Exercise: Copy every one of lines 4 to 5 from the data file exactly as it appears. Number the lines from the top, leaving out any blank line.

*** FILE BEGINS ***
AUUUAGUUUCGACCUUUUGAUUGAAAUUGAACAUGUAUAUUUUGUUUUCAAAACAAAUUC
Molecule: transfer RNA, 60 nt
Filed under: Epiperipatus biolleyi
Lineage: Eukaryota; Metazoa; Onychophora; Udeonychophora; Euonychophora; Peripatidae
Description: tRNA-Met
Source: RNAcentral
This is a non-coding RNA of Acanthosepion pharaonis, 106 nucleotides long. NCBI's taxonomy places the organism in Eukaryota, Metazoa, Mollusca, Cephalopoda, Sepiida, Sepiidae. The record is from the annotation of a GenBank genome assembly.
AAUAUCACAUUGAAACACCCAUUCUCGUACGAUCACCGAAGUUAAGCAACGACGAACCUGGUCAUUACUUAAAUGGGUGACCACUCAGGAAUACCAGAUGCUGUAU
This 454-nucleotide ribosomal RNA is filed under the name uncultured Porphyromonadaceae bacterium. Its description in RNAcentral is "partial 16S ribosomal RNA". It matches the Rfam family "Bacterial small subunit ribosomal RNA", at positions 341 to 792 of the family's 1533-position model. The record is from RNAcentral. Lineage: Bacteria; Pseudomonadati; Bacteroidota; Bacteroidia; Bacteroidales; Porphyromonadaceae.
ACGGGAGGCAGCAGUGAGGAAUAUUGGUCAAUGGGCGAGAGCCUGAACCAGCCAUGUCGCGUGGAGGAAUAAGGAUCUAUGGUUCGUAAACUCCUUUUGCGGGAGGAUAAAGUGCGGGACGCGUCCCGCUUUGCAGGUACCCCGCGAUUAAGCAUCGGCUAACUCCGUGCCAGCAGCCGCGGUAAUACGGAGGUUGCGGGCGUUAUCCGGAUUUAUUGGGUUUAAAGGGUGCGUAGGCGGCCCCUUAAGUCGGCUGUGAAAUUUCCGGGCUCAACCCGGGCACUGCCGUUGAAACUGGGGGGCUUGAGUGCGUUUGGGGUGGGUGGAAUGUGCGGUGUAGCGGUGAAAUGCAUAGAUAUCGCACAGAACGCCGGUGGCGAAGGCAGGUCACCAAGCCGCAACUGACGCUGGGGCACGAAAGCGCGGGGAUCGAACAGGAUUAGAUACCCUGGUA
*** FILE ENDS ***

Lineage: Eukaryota; Metazoa; Onychophora; Udeonychophora; Euonychophora; Peripatidae
Description: tRNA-Met